Dillinger (1973 film)

From Wikipedia, the free encyclopedia
Jump to: navigation, search
Promotional poster
Directed by John Milius
Produced by Samuel Z. Arkoff
Lawrence Gordon
Buzz Feitshans
Robert Papazian
Written by John Milius
Starring Warren Oates
Ben Johnson
Harry Dean Stanton
Cloris Leachman
Music by Barry De Vorzon
Cinematography Jules Brenner
Edited by Fred R. Feitshans Jr.
Distributed by American International Pictures
Release dates
  • July 20, 1973 (1973-07-20)
Running time
107 minutes
Country United States
Language English
Budget $1 million[1]
Box office $2 million (US and Canada rentals)[2]

Dillinger is a 1973 gangster film about the life and criminal exploits of notorious bank robber John Dillinger.

It stars Warren Oates as Dillinger and Ben Johnson as his pursuer, FBI Agent Melvin Purvis. It contains the first film performance by the singer Michelle Phillips as Dillinger's moll as Billie Frechette. The film, narrated by Purvis, chronicles the last few years of Dillinger's life (depicted as a matter of months) as the FBI and law enforcement closed in. The setting is Depression era America, 1933-34.

The film features largely unromanticized depictions of the principal characters. It was written and directed by John Milius for Samuel Z. Arkoff's American International Pictures.

Retired FBI Agent Clarence Hurt, one of the agents involved in the final shootout with Dillinger, was the film's technical advisor. The film includes documentary imagery and film footage from the era. It includes a verbal renouncing of gangster films written by FBI chief J. Edgar Hoover: he was scheduled to read it, but died before the film's release. The written words of Hoover are read at the film's close by Paul Frees.

The film was followed by two made-for-TV spin-offs: Melvin Purvis: G-Man (1974) (teleplay written by Milius) and The Kansas City Massacre (1975), both directed by Dan Curtis and each starring Dale Robertson as Purvis.



Dillinger! Was filmed in its entirety in Oklahoma. Much use of various local landmark buildings were used in the filming from Jet, Nash, Jefferson, and Enid, Oklahoma in the North, to Ardmore, the Chickasaw Country Club and the old iron truss bridge near Mannsville, Oklahoma in the South, the Skirvin Tower ballroom, and the Midwest Theater in Oklahoma City, filling in as the Biograph.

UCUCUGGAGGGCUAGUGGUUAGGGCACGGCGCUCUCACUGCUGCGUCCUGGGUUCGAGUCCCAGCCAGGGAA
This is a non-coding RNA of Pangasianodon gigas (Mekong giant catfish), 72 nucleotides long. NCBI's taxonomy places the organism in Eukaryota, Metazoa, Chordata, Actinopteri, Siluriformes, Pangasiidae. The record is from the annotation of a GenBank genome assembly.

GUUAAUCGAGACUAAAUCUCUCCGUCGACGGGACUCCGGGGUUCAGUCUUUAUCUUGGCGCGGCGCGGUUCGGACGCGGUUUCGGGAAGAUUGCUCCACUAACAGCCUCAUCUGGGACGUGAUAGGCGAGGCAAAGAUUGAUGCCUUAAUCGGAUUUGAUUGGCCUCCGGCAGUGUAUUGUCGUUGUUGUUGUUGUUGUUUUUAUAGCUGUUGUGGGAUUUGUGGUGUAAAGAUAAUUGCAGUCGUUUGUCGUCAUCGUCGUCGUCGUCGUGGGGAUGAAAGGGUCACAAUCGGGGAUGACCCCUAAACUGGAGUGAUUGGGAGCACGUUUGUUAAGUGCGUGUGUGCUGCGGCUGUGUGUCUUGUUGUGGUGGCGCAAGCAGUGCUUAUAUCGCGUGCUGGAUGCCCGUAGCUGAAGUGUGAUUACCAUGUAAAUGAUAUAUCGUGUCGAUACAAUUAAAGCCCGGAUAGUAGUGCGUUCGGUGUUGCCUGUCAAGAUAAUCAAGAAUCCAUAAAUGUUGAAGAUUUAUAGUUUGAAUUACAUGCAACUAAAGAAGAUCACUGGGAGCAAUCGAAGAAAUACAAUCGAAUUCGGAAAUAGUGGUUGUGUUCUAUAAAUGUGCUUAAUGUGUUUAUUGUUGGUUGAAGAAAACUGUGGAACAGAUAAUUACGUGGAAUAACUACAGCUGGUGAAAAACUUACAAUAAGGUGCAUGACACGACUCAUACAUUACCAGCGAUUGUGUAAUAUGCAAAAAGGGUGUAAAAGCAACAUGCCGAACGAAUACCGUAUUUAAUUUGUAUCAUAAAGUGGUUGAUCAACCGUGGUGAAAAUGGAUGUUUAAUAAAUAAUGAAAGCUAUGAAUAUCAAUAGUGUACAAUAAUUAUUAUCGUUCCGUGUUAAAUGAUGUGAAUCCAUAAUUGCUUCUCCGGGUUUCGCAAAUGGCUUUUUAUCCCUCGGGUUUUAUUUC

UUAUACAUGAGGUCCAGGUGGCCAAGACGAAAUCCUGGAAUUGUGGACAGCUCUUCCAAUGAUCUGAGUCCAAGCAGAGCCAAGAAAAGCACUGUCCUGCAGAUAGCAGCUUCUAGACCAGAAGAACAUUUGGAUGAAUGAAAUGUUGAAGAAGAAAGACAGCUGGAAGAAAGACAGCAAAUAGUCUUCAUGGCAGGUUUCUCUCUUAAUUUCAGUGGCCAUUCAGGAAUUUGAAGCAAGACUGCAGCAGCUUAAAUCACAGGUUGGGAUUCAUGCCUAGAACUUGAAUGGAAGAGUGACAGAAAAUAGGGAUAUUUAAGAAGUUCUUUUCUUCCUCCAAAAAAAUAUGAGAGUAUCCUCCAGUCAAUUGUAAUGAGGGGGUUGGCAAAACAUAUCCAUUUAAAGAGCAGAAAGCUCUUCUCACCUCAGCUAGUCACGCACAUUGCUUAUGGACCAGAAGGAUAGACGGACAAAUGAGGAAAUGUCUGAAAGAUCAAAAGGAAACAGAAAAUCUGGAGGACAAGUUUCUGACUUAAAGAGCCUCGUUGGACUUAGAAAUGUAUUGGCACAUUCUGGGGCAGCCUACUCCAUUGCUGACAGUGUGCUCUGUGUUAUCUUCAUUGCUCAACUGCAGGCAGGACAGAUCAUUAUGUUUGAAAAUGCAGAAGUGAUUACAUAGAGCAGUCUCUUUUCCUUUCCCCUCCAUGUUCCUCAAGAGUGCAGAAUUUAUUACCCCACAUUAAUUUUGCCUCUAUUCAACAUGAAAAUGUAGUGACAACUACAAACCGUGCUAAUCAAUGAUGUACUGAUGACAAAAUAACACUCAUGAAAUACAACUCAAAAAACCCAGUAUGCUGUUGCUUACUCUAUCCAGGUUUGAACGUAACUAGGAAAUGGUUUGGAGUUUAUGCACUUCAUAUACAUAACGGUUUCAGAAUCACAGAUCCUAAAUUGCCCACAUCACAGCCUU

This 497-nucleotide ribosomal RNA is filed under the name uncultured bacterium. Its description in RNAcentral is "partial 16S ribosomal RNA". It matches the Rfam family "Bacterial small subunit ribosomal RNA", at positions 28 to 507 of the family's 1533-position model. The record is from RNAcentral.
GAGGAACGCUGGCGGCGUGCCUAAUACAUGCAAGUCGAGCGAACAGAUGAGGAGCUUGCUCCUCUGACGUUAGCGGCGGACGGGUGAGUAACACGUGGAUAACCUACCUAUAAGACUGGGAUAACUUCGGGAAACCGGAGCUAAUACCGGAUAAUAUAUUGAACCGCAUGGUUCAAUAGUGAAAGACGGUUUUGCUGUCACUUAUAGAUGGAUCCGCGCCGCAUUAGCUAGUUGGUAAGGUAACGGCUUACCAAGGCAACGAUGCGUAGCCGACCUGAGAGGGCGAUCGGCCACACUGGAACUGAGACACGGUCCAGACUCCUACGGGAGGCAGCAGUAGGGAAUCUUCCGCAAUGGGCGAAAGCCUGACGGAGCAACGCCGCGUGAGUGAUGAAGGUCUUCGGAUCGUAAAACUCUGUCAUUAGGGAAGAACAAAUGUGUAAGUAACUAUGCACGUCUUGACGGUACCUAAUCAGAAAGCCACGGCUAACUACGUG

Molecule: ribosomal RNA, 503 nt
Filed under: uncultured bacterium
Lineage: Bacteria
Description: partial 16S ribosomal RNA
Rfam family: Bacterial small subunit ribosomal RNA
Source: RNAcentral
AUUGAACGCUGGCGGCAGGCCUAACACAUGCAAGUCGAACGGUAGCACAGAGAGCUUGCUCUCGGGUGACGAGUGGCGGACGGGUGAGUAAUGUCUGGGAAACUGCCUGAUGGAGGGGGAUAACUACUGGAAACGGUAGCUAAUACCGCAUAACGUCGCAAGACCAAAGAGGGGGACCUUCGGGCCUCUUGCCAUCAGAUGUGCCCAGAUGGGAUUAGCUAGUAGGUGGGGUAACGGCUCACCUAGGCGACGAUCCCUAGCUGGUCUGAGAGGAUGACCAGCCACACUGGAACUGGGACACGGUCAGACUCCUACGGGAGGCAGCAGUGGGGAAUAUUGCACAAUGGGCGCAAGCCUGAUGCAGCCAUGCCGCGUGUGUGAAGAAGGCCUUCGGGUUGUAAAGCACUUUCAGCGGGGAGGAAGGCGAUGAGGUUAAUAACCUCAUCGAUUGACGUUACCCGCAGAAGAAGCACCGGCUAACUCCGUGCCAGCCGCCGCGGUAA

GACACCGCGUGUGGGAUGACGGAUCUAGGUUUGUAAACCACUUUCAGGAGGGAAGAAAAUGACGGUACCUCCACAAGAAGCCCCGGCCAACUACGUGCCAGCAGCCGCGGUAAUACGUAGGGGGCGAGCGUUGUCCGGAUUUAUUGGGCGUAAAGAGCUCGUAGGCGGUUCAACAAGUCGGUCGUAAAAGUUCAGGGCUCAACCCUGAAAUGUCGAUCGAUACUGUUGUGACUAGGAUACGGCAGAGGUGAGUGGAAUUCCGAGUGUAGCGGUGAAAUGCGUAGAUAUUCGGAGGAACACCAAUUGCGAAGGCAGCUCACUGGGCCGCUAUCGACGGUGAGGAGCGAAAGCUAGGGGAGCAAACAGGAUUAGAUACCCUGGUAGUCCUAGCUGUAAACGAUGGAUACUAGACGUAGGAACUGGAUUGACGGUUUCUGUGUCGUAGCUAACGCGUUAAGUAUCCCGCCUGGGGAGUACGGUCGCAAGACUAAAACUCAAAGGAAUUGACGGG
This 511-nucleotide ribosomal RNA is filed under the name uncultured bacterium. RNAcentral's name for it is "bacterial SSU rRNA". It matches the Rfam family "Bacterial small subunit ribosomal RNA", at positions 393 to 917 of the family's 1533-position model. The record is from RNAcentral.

Many local would-be actors wound up immortalized on film, such as the warden of the prison, who was in real life, an Enid, Oklahoma postman.

Milius agreed to write the script for a fraction of his usual price if AIP let him direct.[3] Milius later said in 2003:

I look at it today and I find it very crude, but I do find it immensely ambitious. We didn't have a lot of money, or time, and we didn't have such things – we only had so many feet of track, stuff like that. So I couldn't do moving shots if they involved more than, what, six yards of track. We never had any kind of crane or anything. That's the way movies were made then.[4]

Milius says he wanted to make a movie about Dillinger because "of all the outlaws, he was the most marvellous".[5]

Fiction vs Facts[edit]

  • Theodore "Handsome Jack" Klutas is shown being killed by Melvin Purvis; in fact Klutas of the The College Kidnappers was killed by Chicago Police on January 6, 1934
  • Wilbur Underhill is shown being shot and killed by Melvin Purvis, in fact Underhill died of wounds January 6, 1934.
  • A Chicago bank Guard O'Malley is killed by the Dillinger gang during a robbery attempt. In fact William Patrick O'Malley was a member of the East Chicago Police force killed January 15, 1934
  • The Little Bohemia Lodge Shootout implies that about four of the Dillinger gang are killed {including Herbert Youngblood} and half a score of federal agents were casualties. In fact in the raid the first three men being shot {by mistake by the FBI} were two YCC workers and a local resident {1 killed and two wounded} while lawman casualties were three-one FBI agent killed; one FBI agent wounded {Dazed} and one constable critically wounded}
  • Homer Van Meter is shown escaping from Little Bohemia and then being killed by Iowa Vigilantes. In fact he was killed in St. Paul, Minnesota. {Dillinger gang member Tommy Carroll (criminal) was mortally wounded during a shootout with police in Waterloo Iowa June 7, 1934}
  • Charles Makley is shown dying of a wound and buried in a grave by Dillinger; in fact Mackley was killed September 22, 1934 while trying to escape from prison. {Dillinger gang member John Hamilton (gangster) did die of wounds and whose remains were later found in a grave}


  1. ^ A Million-Dollar 'Dillinger' by AIP Haber, Joyce. Los Angeles Times (1923-Current File) [Los Angeles, Calif] 13 June 1973: g18
  2. ^ 'Big Rental Films of 1973', Variety, 9 Jan 1974 p19
  3. ^ The dime-store way to make movies-and money By Aljean Harmetz. New York Times (1923-Current file) [New York, N.Y] 04 Aug 1974: 202.
  4. ^ Ken Plume, "Interview with John Milius", IGN, 7 May 2003 accessed 5 January 2013
  5. ^ Segaloff, Nat, "John Milius: The Good Fights", Backstory 4: Interviews with Screenwriters of the 1970s and 1980s, Ed. Patrick McGilligan, Uni of California 2006 p 290

External links[edit]